The thickness of the ICP-containing coating may vary along the length of the coated portion of a filament, depending on what is the desired amount of conductivity and durability for the coated filament. If the coating is too thin, the desired amount of conductivity may not be achieved. If the coating is too thick, the coating may be too brittle or it may crack. Preferably the ICP-coating is between about 0.05 and 3μ, and more preferably is between 0.05 and 0.3μ. Most preferably, the ICP-coating is about 0.1 to 0.15μ.
The coating step is preferably performed in such a manner that when filaments are processed together to form a fiber, substantially the entire length of the fiber contains ICP. Substantially the entire length means at least 25%, more preferably at least 50%, and most preferably at least 75%, of the length of the processed fiber. This may be accomplished by coating substantially the entire length of at least one of the filaments forming the fiber. Alternatively, partially coated filaments may be processed together to form a fiber in which the ICP-coated region on one filament overlaps the ICP-coated region on an immediately adjacent filament as shown in FIG. 2. Thus, the fiber contains a continuous conductive pathway running substantially from one end of the fiber to the other.
In certain embodiments, it may be desirable to produce a fiber having a particular electrical conductivity. Those skilled in the art will understand that the electrical conductivity of the fiber may be controlled by a number of parameters, including the amount of the ICP in the coating formulation, the percentage of each comprising filament that is coated, the thickness of the coating, and the number of coated filaments in the fiber.
In addition, for a filament coated with an organic acid salt of a polyaniline, the coated filament may be contacted with a conductivity-enhancing agent before the filaments are combined into a filament bundle. The conductivity-enhancing agent may comprise an ionic surfactant such as described above or a polar organic solvent as described in copending application Ser. No. 08/686,518 U.S. Pat. No. 5,780,572, which is incorporated herein by reference. The coated filament may be contacted with the conductivity-enhancing agent by any suitable method including spraying, dipping, or the like.
If an ionic surfactant is used as the conductivity agent, it is preferably dissolved in water at a concentration of from about 0.005 M to about 2 M, more preferably from about 0.01 M to about 1 M and most preferably from about 0.05 M to 0.5 M. The amount of increase in conductivity will depend upon the particular ionic surfactant used, the concentration of the surfactant, the time of the contact with the polyaniline coating and the temperature at which the surfactant is coated with the polyaniline salt. One skilled in the art can readily determine the optimal parameters to achieve the desired increase in conductivity.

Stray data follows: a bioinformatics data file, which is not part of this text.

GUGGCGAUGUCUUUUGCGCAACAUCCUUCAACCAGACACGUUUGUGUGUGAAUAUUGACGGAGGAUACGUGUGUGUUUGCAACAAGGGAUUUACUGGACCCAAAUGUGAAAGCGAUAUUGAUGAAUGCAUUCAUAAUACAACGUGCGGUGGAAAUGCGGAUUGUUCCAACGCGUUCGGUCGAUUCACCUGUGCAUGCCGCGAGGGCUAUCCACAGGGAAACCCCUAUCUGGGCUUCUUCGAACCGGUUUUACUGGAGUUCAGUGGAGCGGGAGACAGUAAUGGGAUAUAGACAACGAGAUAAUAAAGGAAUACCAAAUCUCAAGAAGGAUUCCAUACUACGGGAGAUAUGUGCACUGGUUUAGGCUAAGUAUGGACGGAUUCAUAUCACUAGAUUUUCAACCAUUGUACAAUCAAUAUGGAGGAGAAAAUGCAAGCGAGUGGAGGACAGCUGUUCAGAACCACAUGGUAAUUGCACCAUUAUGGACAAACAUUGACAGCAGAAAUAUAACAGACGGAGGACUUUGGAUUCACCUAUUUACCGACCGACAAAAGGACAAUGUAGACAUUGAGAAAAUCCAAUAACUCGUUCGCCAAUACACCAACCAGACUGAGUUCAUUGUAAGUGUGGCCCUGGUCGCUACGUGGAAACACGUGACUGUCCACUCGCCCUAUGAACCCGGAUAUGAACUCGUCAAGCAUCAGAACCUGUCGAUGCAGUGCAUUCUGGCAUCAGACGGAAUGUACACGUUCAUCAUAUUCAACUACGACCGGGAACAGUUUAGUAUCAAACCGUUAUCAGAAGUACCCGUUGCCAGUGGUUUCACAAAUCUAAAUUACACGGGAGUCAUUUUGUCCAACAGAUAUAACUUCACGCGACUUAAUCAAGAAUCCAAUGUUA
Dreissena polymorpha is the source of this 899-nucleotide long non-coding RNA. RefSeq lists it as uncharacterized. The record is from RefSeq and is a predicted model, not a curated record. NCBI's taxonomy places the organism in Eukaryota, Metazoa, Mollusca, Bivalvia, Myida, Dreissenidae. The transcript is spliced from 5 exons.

A polar organic solvent suitable as a conductivity-enhancing agent is one in which the polyaniline composition is insoluble so that polyaniline is not extracted by treatment with the solvent. By insoluble it is meant that the polyaniline has a solubility in the polar organic solvent of less than about 1%. Polar organic solvents useful as conductivity enhancing agents include but are not limited to alcohols, esters, ethers, ketones, anilines and mixtures thereof. Preferred polar organic solvents include the alcohols, methanol, ethanol, isopropanol and the like. As would be readily understood by one skilled in the art, the time the polyaniline-containing coating is contacted with the polar organic solvent will depend both upon the solubility of the organic acid in the polar organic solvent and on the desired amount of increased conductivity. Typically, conductivity of the polyaniline coating may be enhanced by contacting the coating with methanol or acetone for about one minute or less. One skilled in the art can readily determine the optimal parameters to use to achieve the desired increase in conductivity.
After removing any excess conductivity-enhancing agent, if used, the coated filament is combined with at least one other filament comprised of the fiber-forming polymer to form a filament bundle. The at least one other filament may also be coated with the coating formulation. The filament bundle is then processed into a fiber using processing steps typical for the particular fiber spinning process and intended application of the fiber. For example, in a melt spinning process, the filament bundle might be wetted with a spin finish and would typically then be passed around one or two feed rolls followed by being wound on a bobbin.
As would be apparent to one skilled in the art of fiber manufacture, the precise details of carrying out the coating and subsequent processing steps will depend on the particular fiber manufacturing process being used and the desired properties of the resulting fiber. Such details are readily discernible to those skilled in the art.
While the preferred method employs a melt-spinning process to extrude filaments which are then coated, it is also contemplated that filaments extruded by other spinning processes may be similarly coated with an ICP before being processed into a fiber. For example, in a wet-spinning process, filaments are formed as the spinning solution begins to precipitate upon exiting the spinneret into a coagulation bath. Continued precipitation of the filaments leads to the formation of a porous fiber structure which is believed to initially comprise a network of interlocking fibrils, or filaments. Subsequent processing steps include: washing the porous fiber structure with a wash media, usually water, to remove residual spinning solvent from the filament network; stretching, or orientation, of the filament network by heating with hot water; applying a finish composition to facilitate subsequent fiber processing; and then drying to remove wash media from the external and internal areas of the filament network resulting in collapse of the network into a fiber. Thus, the filaments may be at least partially coated with an ICP by adding the ICP to one or more of the coagulation bath, the washing media, stretching water, or the finish composition.